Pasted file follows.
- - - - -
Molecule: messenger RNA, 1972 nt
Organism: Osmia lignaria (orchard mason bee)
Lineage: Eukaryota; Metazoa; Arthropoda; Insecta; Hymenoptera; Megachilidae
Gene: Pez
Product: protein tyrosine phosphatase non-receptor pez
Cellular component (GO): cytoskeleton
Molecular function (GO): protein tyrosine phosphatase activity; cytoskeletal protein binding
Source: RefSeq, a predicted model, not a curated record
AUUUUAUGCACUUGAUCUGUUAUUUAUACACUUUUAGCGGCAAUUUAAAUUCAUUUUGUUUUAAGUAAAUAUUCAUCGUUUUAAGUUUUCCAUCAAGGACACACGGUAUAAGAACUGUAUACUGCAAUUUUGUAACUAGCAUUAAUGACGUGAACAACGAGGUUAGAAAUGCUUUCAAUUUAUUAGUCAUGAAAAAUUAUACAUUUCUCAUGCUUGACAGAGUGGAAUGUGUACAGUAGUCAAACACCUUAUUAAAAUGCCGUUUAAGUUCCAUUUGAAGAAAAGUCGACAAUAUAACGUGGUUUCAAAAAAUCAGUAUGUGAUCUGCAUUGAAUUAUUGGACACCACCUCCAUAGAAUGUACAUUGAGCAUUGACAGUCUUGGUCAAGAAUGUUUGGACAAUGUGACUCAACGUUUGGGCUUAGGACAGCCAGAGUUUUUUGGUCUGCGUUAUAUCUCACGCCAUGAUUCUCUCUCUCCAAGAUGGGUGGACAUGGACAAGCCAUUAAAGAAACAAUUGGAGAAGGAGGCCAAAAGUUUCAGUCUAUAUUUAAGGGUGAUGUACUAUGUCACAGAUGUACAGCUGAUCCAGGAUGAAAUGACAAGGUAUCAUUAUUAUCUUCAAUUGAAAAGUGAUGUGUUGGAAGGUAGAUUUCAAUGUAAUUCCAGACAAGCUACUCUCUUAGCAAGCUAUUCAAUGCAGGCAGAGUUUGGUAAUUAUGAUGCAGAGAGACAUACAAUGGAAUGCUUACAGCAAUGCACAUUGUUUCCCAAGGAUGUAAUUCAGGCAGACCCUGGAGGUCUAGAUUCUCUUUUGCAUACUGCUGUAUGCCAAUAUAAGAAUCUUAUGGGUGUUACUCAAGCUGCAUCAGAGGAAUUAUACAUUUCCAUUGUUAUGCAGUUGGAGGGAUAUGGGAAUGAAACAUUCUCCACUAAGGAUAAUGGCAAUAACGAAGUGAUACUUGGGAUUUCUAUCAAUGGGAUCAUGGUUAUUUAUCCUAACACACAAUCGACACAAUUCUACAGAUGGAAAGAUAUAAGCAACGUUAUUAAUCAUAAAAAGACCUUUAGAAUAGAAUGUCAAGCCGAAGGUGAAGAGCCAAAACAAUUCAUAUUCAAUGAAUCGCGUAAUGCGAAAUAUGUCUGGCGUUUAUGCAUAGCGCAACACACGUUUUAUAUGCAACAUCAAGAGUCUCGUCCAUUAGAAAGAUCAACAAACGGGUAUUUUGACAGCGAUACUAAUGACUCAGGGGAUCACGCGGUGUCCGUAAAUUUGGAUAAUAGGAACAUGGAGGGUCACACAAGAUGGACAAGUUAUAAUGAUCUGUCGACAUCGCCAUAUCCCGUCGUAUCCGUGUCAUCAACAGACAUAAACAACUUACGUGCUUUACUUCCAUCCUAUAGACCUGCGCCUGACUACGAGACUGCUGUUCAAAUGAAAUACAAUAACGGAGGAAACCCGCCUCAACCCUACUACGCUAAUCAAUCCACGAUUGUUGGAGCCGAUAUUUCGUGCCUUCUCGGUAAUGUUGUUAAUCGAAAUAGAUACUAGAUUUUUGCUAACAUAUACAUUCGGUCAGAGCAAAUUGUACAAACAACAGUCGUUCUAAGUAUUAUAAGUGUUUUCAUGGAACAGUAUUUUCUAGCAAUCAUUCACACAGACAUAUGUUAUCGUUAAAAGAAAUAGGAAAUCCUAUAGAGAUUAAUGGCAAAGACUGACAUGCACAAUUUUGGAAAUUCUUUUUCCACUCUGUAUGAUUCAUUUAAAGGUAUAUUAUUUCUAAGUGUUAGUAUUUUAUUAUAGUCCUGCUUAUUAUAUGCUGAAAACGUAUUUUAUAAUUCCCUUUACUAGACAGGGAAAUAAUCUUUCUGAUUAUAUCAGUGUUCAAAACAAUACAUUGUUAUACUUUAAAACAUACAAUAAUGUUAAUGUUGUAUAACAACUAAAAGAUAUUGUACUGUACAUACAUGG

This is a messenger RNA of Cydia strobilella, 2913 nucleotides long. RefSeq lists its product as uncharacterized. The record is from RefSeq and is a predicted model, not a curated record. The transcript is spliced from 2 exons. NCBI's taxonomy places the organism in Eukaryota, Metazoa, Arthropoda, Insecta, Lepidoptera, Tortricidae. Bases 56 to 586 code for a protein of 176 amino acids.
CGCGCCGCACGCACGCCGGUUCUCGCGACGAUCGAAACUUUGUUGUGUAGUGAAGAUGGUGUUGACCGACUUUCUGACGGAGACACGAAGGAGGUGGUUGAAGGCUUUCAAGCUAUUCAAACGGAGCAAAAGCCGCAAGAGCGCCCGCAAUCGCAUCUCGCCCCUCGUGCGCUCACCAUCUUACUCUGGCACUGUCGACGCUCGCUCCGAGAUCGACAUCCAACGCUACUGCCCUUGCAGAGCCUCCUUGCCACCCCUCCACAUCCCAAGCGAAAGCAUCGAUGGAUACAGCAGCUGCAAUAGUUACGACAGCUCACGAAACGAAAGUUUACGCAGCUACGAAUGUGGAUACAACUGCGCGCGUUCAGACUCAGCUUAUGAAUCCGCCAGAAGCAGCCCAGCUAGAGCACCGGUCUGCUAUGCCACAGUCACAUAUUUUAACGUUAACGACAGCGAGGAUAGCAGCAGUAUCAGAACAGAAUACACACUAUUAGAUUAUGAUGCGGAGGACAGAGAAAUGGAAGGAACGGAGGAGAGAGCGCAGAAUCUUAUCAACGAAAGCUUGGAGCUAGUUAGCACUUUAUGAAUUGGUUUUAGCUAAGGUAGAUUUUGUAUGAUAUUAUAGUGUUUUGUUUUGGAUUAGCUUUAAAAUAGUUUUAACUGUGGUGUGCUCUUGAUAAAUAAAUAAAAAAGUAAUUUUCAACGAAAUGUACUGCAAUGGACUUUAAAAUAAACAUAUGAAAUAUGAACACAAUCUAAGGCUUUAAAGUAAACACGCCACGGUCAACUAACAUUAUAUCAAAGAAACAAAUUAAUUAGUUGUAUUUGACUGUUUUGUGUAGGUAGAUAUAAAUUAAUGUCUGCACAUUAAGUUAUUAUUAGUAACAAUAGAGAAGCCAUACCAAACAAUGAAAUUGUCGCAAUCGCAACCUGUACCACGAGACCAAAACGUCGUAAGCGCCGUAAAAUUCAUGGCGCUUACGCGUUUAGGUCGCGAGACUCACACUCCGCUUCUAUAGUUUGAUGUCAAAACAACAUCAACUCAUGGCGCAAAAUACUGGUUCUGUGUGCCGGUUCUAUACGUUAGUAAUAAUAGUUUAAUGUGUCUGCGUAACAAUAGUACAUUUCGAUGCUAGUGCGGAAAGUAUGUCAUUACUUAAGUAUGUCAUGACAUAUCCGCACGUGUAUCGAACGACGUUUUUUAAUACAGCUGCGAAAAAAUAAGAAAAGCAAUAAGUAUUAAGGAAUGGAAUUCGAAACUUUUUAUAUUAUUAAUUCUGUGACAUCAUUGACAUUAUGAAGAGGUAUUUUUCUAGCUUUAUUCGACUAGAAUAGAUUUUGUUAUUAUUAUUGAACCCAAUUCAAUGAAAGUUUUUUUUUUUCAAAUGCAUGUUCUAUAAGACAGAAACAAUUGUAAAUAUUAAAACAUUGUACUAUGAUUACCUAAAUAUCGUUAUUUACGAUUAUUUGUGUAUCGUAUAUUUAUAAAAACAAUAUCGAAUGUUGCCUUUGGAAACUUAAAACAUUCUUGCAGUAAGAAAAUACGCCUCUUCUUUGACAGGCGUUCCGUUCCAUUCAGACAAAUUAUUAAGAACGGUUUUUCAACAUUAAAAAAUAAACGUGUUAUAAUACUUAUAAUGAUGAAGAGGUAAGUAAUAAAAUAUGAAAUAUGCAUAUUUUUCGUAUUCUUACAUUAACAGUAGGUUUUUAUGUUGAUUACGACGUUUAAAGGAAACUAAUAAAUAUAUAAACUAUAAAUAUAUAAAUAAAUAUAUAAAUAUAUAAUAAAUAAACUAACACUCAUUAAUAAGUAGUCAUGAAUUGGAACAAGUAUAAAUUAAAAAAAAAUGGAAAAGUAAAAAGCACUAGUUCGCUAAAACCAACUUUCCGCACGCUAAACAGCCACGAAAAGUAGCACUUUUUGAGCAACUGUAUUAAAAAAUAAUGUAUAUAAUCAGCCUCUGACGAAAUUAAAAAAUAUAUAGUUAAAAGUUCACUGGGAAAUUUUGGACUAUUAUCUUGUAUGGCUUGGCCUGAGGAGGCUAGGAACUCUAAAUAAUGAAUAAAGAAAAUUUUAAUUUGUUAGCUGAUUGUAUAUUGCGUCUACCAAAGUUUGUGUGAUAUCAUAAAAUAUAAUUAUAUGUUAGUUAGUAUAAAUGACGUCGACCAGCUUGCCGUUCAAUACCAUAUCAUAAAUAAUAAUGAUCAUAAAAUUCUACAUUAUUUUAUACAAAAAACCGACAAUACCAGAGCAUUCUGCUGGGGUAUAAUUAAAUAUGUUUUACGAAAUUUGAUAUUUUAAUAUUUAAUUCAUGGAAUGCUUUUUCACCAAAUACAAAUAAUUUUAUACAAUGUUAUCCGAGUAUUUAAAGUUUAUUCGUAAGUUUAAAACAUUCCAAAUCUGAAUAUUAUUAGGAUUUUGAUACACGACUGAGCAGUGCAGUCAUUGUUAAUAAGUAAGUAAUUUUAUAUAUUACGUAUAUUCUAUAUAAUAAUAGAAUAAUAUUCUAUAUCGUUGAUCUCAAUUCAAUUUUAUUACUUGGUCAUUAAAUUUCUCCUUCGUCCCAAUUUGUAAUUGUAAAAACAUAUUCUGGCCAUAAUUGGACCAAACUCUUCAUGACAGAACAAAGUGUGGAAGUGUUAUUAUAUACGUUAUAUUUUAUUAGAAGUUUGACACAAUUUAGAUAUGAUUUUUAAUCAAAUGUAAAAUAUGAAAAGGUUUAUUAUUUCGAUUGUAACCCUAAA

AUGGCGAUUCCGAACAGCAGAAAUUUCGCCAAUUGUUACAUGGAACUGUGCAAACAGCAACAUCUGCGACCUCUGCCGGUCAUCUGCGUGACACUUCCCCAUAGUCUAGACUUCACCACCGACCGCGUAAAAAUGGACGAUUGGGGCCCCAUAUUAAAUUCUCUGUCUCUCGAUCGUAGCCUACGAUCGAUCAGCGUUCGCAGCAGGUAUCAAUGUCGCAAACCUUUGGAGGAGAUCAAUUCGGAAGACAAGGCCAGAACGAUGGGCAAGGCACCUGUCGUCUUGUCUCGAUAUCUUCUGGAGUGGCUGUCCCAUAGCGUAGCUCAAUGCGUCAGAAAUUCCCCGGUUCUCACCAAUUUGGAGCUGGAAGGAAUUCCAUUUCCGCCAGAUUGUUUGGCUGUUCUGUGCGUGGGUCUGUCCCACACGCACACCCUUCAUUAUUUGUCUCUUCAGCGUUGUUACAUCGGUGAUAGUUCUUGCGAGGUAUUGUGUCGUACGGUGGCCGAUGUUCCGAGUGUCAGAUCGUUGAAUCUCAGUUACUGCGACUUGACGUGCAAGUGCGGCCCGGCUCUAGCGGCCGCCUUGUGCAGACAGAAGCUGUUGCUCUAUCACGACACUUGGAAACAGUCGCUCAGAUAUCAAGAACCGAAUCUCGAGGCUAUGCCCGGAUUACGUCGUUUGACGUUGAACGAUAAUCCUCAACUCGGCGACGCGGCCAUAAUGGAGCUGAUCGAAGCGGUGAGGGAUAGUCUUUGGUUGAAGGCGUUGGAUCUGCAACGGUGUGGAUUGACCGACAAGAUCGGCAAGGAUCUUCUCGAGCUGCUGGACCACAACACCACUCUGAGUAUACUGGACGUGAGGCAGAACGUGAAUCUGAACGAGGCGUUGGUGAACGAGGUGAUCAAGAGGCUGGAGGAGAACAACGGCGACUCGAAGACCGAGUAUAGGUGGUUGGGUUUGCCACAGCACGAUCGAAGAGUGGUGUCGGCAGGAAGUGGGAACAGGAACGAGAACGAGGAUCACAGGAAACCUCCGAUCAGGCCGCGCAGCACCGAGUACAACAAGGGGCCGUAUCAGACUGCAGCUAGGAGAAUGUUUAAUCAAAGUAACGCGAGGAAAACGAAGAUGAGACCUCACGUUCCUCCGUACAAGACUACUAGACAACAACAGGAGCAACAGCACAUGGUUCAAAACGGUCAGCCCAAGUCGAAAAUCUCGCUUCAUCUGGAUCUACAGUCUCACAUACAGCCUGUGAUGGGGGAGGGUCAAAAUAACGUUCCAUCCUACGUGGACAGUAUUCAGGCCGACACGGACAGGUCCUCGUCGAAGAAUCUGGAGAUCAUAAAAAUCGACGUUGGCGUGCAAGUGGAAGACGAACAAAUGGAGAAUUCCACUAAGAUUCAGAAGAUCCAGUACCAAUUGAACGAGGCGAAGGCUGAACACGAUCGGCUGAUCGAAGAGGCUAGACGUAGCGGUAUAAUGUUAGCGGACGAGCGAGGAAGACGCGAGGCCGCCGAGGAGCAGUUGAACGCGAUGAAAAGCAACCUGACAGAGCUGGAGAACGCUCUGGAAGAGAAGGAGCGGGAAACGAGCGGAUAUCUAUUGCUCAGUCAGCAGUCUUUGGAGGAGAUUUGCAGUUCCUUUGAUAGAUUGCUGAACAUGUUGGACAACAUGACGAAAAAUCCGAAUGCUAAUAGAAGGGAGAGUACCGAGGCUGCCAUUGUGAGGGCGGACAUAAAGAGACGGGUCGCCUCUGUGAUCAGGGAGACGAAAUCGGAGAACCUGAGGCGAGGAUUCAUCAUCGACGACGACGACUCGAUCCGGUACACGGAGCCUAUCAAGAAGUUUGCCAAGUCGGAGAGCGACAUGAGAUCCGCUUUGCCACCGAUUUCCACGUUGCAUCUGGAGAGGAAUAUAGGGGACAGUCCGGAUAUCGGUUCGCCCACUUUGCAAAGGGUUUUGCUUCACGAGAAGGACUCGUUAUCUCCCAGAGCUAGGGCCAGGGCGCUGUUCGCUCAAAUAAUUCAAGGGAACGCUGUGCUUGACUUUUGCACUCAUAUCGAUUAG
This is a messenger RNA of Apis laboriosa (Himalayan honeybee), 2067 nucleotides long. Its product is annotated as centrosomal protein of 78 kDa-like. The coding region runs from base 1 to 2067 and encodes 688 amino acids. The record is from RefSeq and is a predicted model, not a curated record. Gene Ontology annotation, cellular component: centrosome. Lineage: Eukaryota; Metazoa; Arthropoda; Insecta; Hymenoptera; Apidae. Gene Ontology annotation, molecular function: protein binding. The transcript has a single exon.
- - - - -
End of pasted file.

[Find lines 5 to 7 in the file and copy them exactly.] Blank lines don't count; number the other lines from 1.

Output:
Product: protein tyrosine phosphatase non-receptor pez
Cellular component (GO): cytoskeleton
Molecular function (GO): protein tyrosine phosphatase activity; cytoskeletal protein binding